Marriage Visas Demystified: B-1/B-2 to Green Card Transformation

Marriage Visas Demystified: B-1/B-2 to Green Card Transformation

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Changing your status from a B-1/B-2 visitor visa to a marriage-based green card (Lawful Permanent Resident status) in the United States is a multi-step process that typically involves the following:

  • Eligibility: Make sure you meet the eligibility criteria. You must be legally eligible for marriage in the U.S. and have a U.S. citizen spouse. Additionally, you should not have violated the terms of your B-1/B-2 visa, such as by overstaying.
  • Marriage: If you are not already married to your U.S. citizen spouse, you should get married before proceeding with the green card application.
  • I-130 Petition: Your U.S. citizen spouse needs to file Form I-130, Petition for Alien Relative, with U.S. Citizenship and Immigration Services (USCIS) to establish the qualifying relationship. This form is the first step in the process.
  • Form I-485 Application: Once the I-130 petition is approved, you can file Form I-485, Application to Register Permanent Residence or Adjust Status. This is the application for your green card.
  • Biometrics and Medical Examination: You will be required to attend a biometrics appointment and undergo a medical examination as part of the application process.
  • Affidavit of Support: Your U.S. citizen spouse will need to submit an Affidavit of Support (Form I-864) to demonstrate that they can financially support you as the intending immigrant.
  • Form I-765 and I-131 (Optional): You can file Form I-765, Application for Employment Authorization, and Form I-131, Application for Travel Document, if you want to work and/or travel while your green card application is pending.
  • Interview: USCIS will schedule an interview with both you and your U.S. citizen spouse. The purpose of the interview is to assess the legitimacy of your marriage and your eligibility for a green card.
  • Conditional Green Card (If Married Less Than 2 Years): If you’ve been married for less than 2 years at the time your green card is approved, you will receive a conditional green card, which is valid for two years.
  • Removing Conditions (If Applicable): If you initially receive a conditional green card, you’ll need to file Form I-751 to remove the conditions within the 90-day period before your conditional green card expires.
  • Permanent Green Card: If you have a bona fide marriage and meet the requirements, you will receive a permanent (10-year) green card.
  • Citizenship (Optional): After holding your green card for at least 5 years (or 3 years if married to a U.S. citizen), you can apply for U.S. citizenship if you meet the eligibility criteria.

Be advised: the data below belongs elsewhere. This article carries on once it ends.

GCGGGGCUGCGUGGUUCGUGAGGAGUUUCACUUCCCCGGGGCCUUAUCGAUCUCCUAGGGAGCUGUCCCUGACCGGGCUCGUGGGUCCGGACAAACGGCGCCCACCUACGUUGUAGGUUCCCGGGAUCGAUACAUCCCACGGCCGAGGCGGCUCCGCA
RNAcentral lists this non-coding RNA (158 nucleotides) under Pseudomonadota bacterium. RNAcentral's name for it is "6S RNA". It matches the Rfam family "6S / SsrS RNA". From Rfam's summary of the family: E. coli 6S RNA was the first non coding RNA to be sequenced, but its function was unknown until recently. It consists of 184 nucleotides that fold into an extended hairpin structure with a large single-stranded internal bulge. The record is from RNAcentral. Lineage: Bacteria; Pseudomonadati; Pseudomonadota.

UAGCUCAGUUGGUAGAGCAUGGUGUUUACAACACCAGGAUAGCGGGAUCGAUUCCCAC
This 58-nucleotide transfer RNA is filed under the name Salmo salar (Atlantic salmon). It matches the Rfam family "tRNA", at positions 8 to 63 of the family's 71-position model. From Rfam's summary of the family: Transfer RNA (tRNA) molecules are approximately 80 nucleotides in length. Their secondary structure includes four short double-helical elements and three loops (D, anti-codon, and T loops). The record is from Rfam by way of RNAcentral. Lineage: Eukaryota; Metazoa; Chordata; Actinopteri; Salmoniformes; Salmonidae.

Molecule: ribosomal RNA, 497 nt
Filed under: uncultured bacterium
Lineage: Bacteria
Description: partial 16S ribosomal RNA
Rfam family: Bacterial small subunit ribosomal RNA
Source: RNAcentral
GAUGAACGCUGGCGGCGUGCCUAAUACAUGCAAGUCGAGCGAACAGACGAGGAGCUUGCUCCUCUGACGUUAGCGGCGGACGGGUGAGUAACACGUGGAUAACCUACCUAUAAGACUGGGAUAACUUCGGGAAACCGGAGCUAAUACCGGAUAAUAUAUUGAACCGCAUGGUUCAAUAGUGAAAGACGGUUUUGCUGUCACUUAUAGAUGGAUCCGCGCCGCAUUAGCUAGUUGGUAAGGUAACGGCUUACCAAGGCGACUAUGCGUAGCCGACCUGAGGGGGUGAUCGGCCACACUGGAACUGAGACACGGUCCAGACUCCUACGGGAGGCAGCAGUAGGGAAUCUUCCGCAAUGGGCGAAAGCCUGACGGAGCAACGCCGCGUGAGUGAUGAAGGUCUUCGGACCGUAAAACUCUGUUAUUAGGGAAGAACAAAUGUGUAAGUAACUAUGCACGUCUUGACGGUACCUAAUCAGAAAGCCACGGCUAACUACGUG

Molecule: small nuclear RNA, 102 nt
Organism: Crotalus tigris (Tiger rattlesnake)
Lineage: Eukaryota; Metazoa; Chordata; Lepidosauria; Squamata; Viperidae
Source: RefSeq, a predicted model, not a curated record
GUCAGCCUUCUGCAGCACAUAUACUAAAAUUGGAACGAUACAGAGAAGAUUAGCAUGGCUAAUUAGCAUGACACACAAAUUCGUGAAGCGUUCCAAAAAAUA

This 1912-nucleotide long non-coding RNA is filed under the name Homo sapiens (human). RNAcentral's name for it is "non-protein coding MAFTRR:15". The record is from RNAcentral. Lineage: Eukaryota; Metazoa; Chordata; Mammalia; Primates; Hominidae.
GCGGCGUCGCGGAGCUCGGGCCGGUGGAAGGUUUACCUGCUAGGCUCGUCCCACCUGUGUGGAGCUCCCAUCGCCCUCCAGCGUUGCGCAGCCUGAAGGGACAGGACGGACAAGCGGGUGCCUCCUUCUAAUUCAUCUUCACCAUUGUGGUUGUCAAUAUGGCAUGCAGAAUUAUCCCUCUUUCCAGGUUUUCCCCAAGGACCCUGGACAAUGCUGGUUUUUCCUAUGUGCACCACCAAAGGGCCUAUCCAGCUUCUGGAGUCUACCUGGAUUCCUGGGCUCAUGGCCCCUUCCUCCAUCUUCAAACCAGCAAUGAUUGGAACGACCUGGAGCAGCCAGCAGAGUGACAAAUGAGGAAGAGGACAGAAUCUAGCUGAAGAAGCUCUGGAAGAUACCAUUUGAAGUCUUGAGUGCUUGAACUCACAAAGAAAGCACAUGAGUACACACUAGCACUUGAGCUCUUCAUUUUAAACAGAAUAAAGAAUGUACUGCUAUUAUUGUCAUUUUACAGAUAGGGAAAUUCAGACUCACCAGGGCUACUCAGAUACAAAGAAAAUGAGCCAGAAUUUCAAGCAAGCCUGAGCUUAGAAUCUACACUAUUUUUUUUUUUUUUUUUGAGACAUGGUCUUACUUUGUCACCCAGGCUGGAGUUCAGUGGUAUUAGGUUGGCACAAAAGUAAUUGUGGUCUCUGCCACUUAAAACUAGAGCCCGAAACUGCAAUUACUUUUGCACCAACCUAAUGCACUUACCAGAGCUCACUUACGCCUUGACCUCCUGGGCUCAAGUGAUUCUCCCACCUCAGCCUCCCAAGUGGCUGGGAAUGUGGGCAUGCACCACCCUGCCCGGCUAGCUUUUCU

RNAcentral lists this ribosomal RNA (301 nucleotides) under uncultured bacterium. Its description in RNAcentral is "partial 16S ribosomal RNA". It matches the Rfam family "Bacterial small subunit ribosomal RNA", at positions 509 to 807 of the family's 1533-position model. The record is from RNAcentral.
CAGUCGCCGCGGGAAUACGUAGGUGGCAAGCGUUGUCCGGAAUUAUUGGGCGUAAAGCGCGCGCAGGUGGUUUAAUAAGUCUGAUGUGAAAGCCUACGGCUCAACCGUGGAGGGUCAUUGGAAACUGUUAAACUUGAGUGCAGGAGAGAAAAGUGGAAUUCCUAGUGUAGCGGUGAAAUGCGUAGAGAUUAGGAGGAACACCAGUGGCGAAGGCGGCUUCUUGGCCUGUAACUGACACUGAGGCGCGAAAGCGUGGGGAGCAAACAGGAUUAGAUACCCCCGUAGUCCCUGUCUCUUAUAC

What documents are required for change of status from B-1/B-2 visa to marriage green card?

To change your status from a B-1/B-2 to a marriage green card (Lawful Permanent Resident status) in the United States, you will need to provide a variety of documents to establish your eligibility and support your application. Here is a list of key documents typically required:

  • Form I-130, Petition for Alien Relative: This form is filed by your U.S. citizen spouse to establish the qualifying relationship between you as the intending immigrant and your spouse as the U.S. citizen petitioner.
  • Form I-485, Application to Register Permanent Residence or Adjust Status: This is the primary application form for adjusting your status to that of a permanent resident. You will need to complete this form and submit it with the required supporting documents and fees.
  • Marriage Certificate: You will need to provide a copy of your official marriage certificate as evidence of your legal marriage to a U.S. citizen.
  • Passport and Visa: Copies of your passport, including the biographical page, and your B-1/B-2 visa.
  • I-94 Arrival/Departure Record: A copy of your most recent I-94 arrival/departure record, which can be printed from the U.S. Customs and Border Protection (CBP) website.
  • Photographs: Recent passport-sized photos as per the specifications outlined in the I-485 instructions.
  • Form I-864, Affidavit of Support: Your U.S. citizen spouse must complete and submit this form to demonstrate their financial ability to support you as the intending immigrant.
  • Financial Documents: Your U.S. citizen spouse will need to provide supporting financial documents, such as tax returns, W-2 forms, and pay stubs.
  • Proof of Legal Entry: Evidence of your legal entry into the United States, such as an entry stamp on your passport, an I-94 record, or a visa.
  • Form I-539 (Change of Status Application): You may need to file Form I-539, Application to Extend/Change Nonimmigrant Status, to request a change of status from B-1/B-2 to that of an intending immigrant.
  • Optional: Form I-765, Application for Employment Authorization: If you want to work while your green card application is pending, you can file this form.
  • Optional: Form I-131, Application for Travel Document: If you wish to travel outside the U.S. while your green card application is pending, you can file this form.
  • Medical Examination Report (Form I-693): You will need to undergo a medical examination by a USCIS-approved civil surgeon and provide the completed Form I-693 with your application.
  • Proof of Bona Fide Marriage: Various documents to prove the legitimacy of your marriage, such as photographs, joint financial accounts, lease agreements, and any other relevant evidence.
  • Proof of Payment: A copy of the receipt for the filing fee (if paying by check or money order).
  • Other Supporting Documents: Any additional documents that are relevant to your specific case and can help establish your eligibility for a marriage-based green card.